How Alfred Hitchcock Brought The Birds' Titular Terrors To Life

One of Alfred Hitchcock's most beloved films also happens to be one of the most technically challenging productions; in the days before CGI, orchestrating a creature feature was a daunting task — but not too daunting for a filmmaker known for pioneering storytelling techniques. "The Birds" is Hitchcock's thrilling 1963 adaptation of Daphne du Maurier's 1952 story of the same name, concerning a series of sudden, violent bird attacks on the people of the sleepy seaside town of Bodega Bay, California.

A collection of interviews with the Master of Suspense dropped in 2003, containing a fascinating conversation between the director and Bruce Lane about the training involved with the feathered antagonists. The script called for birds to orchestrate mass assaults, dive at windows and, in one of the most impeccably-constructed suspense scenes of all time, assemble and attack schoolchildren. Hitchcock credits good trainers and good old movie magic for the stupefying result:

Training? Well, we had a bird trainer and he was able to train a certain number of seagulls, and I think about thirty or forty well-trained ravens and crows. A lot of it of course was double and triple printing. In fact, the last shot in "The Birds" was composed of sixteen separate pieces of film.

The last shot the "Psycho" director refers to is a rather bleak one (but it could have been darker): The battered final survivors make their way from a besieged Bodega Bay home to a car, fleeing to San Francisco past the watchful eyes of hundreds, maybe thousands of winged creatures. Within that constructed final shot, as Hitchcock tells it, there is not a single stuffed bird, but five hundred rented ducks spray-painted gray. "We started off with chickens," he muses, "but the neck movement gave them away."

'I don't trust them'

"The Birds" showcases feathered foes of many kinds. Seagulls and crows descend upon Bodega Bay and star Tippi Hedren, who allegedly had a rough shoot of a climactic bird attack scene as retaliation for her rejecting the director's sexual advances. At one point in the film, seasoned ornithologist Mrs. Bundy (Ethel Griffies) vocally estimates 5,750,000,000 birds occupy the U.S. alone, and so the numerous attack sequences in the movie had to portray a sizable fraction of that number. Production used a mixture of live, trained birds, and mechanical ones — later bird-centric monster movies like Birdemic underlined how difficult it is to get realistic-looking bird frenzies on the big screen. So how did the mind behind "North By Northwest" approach that? Hitchcock tells Lane:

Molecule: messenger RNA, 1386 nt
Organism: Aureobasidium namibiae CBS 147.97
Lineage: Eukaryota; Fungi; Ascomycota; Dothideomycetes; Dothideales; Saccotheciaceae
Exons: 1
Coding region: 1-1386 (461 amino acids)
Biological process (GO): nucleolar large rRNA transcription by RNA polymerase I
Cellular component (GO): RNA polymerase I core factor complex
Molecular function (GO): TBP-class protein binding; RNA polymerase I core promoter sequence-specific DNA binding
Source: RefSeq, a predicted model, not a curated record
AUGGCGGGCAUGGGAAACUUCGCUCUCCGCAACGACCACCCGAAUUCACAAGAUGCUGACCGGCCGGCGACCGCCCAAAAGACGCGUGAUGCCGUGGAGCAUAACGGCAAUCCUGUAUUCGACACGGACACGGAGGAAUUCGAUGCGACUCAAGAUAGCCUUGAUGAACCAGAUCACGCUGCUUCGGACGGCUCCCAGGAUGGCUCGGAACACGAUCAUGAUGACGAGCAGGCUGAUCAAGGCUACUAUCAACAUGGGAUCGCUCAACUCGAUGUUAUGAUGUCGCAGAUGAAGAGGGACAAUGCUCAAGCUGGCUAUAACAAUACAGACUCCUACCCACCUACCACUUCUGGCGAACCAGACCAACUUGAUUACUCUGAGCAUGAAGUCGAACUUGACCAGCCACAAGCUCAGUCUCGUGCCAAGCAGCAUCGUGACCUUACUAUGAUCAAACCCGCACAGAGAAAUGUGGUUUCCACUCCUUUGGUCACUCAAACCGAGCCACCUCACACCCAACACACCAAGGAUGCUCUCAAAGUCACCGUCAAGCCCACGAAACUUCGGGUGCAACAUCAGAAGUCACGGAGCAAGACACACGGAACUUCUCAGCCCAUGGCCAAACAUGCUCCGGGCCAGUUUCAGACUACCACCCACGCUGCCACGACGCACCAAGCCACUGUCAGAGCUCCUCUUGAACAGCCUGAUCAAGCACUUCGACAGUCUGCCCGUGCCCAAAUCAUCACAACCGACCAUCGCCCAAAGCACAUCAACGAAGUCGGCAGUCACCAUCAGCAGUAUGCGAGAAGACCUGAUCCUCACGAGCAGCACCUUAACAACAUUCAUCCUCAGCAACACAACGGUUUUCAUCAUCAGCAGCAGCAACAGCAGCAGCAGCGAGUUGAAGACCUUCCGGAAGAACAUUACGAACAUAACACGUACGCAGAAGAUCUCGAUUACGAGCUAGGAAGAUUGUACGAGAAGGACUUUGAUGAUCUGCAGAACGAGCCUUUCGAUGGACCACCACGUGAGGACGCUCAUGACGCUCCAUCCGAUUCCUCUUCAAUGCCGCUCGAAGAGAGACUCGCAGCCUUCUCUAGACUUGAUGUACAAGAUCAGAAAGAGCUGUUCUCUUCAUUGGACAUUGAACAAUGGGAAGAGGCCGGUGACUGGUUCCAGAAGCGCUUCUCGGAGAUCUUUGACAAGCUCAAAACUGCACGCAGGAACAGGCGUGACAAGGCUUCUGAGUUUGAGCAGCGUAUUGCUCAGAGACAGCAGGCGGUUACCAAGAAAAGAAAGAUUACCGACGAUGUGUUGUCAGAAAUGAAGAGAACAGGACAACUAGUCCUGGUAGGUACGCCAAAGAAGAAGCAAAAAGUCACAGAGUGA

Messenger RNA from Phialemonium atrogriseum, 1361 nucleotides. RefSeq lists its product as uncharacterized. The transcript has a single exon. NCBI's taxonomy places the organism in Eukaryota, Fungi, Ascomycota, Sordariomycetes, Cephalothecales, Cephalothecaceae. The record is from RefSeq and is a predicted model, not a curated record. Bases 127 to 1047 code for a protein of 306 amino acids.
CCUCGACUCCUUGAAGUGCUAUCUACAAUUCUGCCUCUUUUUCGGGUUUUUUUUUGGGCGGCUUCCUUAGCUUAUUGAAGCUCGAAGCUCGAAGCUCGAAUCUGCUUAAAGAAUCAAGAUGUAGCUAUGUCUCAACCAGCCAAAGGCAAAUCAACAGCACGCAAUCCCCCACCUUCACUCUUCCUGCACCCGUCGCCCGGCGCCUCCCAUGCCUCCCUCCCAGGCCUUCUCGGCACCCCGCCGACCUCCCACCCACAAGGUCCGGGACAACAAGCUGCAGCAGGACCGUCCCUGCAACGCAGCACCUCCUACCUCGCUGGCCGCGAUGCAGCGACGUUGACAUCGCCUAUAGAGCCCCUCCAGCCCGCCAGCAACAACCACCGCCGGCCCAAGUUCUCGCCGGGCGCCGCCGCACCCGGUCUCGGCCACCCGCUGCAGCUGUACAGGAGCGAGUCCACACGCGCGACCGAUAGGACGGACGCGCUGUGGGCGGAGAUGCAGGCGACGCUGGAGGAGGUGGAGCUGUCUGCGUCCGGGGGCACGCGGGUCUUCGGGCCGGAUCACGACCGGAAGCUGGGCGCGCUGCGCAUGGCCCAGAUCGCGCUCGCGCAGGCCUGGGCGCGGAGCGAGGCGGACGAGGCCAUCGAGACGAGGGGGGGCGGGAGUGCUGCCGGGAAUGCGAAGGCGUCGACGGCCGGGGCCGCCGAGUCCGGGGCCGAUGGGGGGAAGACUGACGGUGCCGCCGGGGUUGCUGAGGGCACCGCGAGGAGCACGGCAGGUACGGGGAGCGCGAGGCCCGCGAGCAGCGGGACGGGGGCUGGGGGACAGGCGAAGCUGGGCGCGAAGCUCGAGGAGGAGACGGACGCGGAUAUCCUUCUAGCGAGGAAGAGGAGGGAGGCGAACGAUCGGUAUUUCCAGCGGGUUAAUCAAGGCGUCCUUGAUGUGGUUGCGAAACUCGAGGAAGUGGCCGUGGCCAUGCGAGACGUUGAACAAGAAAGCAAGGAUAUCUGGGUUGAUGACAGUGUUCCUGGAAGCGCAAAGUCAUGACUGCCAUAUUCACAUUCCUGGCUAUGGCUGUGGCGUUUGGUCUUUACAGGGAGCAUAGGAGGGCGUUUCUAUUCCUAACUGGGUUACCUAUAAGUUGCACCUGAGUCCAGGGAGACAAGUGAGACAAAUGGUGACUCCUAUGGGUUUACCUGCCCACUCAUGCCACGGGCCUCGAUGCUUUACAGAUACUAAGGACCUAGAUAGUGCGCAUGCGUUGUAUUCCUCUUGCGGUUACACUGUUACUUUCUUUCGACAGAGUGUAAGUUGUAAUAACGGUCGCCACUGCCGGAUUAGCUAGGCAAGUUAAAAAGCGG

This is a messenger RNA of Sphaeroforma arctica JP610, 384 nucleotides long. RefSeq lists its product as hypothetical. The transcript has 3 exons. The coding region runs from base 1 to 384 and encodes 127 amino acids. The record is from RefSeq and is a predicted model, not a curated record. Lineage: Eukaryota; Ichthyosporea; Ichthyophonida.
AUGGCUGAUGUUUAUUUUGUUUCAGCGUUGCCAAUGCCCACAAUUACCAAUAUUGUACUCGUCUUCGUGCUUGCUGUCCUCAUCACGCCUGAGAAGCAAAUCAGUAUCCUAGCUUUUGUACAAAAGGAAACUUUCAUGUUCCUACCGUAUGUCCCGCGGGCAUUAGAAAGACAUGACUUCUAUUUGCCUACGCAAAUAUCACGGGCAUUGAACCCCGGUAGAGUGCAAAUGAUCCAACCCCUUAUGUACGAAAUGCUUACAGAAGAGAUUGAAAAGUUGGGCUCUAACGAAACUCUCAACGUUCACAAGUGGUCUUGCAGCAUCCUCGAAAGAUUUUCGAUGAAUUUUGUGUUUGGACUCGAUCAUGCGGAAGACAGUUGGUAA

We had men on ladders, and the gulls were trained to be thrown and land on the flat table top nearby the camera. And, for example, the little girl with a gull at the birthday party: we built a little platform on her shoulder and a gull was put there, but its beak was bound, and she had a little wire and as she ran up the dunes she was told to pull her hand up and down so that you got the effect of its pecking.

Asked why he opts for trained seagulls over wild ones, the English filmmaker voiced concerns about a lack of control. "The wild one may go half way there and say, 'Where the hell am I going?' and turn 'round and come back. I don't trust them."